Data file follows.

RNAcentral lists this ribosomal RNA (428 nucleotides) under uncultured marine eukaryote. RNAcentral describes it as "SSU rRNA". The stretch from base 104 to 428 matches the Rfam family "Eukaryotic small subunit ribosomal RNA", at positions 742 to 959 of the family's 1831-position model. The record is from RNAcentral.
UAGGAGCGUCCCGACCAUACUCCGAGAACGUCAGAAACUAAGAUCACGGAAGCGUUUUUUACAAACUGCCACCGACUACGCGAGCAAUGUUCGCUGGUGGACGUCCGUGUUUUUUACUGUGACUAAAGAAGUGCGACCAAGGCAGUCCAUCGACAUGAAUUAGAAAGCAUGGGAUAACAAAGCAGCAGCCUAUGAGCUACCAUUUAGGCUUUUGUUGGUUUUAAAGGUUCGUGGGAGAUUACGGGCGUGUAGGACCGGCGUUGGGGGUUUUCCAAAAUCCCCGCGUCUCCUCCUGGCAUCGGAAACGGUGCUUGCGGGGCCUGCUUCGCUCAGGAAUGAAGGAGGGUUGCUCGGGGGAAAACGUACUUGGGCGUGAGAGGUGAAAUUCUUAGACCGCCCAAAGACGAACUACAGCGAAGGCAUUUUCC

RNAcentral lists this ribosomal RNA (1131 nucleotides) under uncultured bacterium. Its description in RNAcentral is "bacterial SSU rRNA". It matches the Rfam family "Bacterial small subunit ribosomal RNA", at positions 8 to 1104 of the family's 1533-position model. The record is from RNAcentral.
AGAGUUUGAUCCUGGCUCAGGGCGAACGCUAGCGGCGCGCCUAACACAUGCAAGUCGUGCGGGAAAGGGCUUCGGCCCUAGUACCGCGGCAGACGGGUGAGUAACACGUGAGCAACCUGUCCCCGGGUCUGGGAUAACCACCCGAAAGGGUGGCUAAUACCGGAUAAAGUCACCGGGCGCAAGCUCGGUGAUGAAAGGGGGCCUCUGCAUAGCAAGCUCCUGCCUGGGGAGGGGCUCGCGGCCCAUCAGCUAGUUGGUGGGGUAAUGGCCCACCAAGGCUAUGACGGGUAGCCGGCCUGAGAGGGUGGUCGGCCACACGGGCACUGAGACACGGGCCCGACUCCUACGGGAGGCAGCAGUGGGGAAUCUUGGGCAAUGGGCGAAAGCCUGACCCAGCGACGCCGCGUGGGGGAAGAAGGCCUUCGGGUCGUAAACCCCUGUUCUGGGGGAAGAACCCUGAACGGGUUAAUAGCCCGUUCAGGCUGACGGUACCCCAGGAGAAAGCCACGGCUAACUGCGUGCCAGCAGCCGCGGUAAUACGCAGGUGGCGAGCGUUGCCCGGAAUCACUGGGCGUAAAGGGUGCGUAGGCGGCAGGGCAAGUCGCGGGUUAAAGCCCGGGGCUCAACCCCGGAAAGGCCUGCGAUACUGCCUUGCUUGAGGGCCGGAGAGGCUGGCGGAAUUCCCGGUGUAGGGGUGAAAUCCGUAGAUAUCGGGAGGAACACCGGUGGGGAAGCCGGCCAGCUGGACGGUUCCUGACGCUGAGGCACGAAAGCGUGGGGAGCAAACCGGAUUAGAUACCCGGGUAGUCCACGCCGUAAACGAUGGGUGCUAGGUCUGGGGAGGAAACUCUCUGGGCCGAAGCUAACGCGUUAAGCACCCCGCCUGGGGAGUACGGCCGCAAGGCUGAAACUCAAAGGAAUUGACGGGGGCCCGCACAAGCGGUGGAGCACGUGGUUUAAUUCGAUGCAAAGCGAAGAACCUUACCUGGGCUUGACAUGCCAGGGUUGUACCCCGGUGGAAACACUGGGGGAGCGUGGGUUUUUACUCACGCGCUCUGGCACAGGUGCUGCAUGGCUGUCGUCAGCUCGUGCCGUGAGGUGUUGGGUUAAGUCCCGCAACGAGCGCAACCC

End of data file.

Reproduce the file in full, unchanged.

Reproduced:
RNAcentral lists this ribosomal RNA (428 nucleotides) under uncultured marine eukaryote. RNAcentral describes it as "SSU rRNA". The stretch from base 104 to 428 matches the Rfam family "Eukaryotic small subunit ribosomal RNA", at positions 742 to 959 of the family's 1831-position model. The record is from RNAcentral.
UAGGAGCGUCCCGACCAUACUCCGAGAACGUCAGAAACUAAGAUCACGGAAGCGUUUUUUACAAACUGCCACCGACUACGCGAGCAAUGUUCGCUGGUGGACGUCCGUGUUUUUUACUGUGACUAAAGAAGUGCGACCAAGGCAGUCCAUCGACAUGAAUUAGAAAGCAUGGGAUAACAAAGCAGCAGCCUAUGAGCUACCAUUUAGGCUUUUGUUGGUUUUAAAGGUUCGUGGGAGAUUACGGGCGUGUAGGACCGGCGUUGGGGGUUUUCCAAAAUCCCCGCGUCUCCUCCUGGCAUCGGAAACGGUGCUUGCGGGGCCUGCUUCGCUCAGGAAUGAAGGAGGGUUGCUCGGGGGAAAACGUACUUGGGCGUGAGAGGUGAAAUUCUUAGACCGCCCAAAGACGAACUACAGCGAAGGCAUUUUCC

RNAcentral lists this ribosomal RNA (1131 nucleotides) under uncultured bacterium. Its description in RNAcentral is "bacterial SSU rRNA". It matches the Rfam family "Bacterial small subunit ribosomal RNA", at positions 8 to 1104 of the family's 1533-position model. The record is from RNAcentral.
AGAGUUUGAUCCUGGCUCAGGGCGAACGCUAGCGGCGCGCCUAACACAUGCAAGUCGUGCGGGAAAGGGCUUCGGCCCUAGUACCGCGGCAGACGGGUGAGUAACACGUGAGCAACCUGUCCCCGGGUCUGGGAUAACCACCCGAAAGGGUGGCUAAUACCGGAUAAAGUCACCGGGCGCAAGCUCGGUGAUGAAAGGGGGCCUCUGCAUAGCAAGCUCCUGCCUGGGGAGGGGCUCGCGGCCCAUCAGCUAGUUGGUGGGGUAAUGGCCCACCAAGGCUAUGACGGGUAGCCGGCCUGAGAGGGUGGUCGGCCACACGGGCACUGAGACACGGGCCCGACUCCUACGGGAGGCAGCAGUGGGGAAUCUUGGGCAAUGGGCGAAAGCCUGACCCAGCGACGCCGCGUGGGGGAAGAAGGCCUUCGGGUCGUAAACCCCUGUUCUGGGGGAAGAACCCUGAACGGGUUAAUAGCCCGUUCAGGCUGACGGUACCCCAGGAGAAAGCCACGGCUAACUGCGUGCCAGCAGCCGCGGUAAUACGCAGGUGGCGAGCGUUGCCCGGAAUCACUGGGCGUAAAGGGUGCGUAGGCGGCAGGGCAAGUCGCGGGUUAAAGCCCGGGGCUCAACCCCGGAAAGGCCUGCGAUACUGCCUUGCUUGAGGGCCGGAGAGGCUGGCGGAAUUCCCGGUGUAGGGGUGAAAUCCGUAGAUAUCGGGAGGAACACCGGUGGGGAAGCCGGCCAGCUGGACGGUUCCUGACGCUGAGGCACGAAAGCGUGGGGAGCAAACCGGAUUAGAUACCCGGGUAGUCCACGCCGUAAACGAUGGGUGCUAGGUCUGGGGAGGAAACUCUCUGGGCCGAAGCUAACGCGUUAAGCACCCCGCCUGGGGAGUACGGCCGCAAGGCUGAAACUCAAAGGAAUUGACGGGGGCCCGCACAAGCGGUGGAGCACGUGGUUUAAUUCGAUGCAAAGCGAAGAACCUUACCUGGGCUUGACAUGCCAGGGUUGUACCCCGGUGGAAACACUGGGGGAGCGUGGGUUUUUACUCACGCGCUCUGGCACAGGUGCUGCAUGGCUGUCGUCAGCUCGUGCCGUGAGGUGUUGGGUUAAGUCCCGCAACGAGCGCAACCC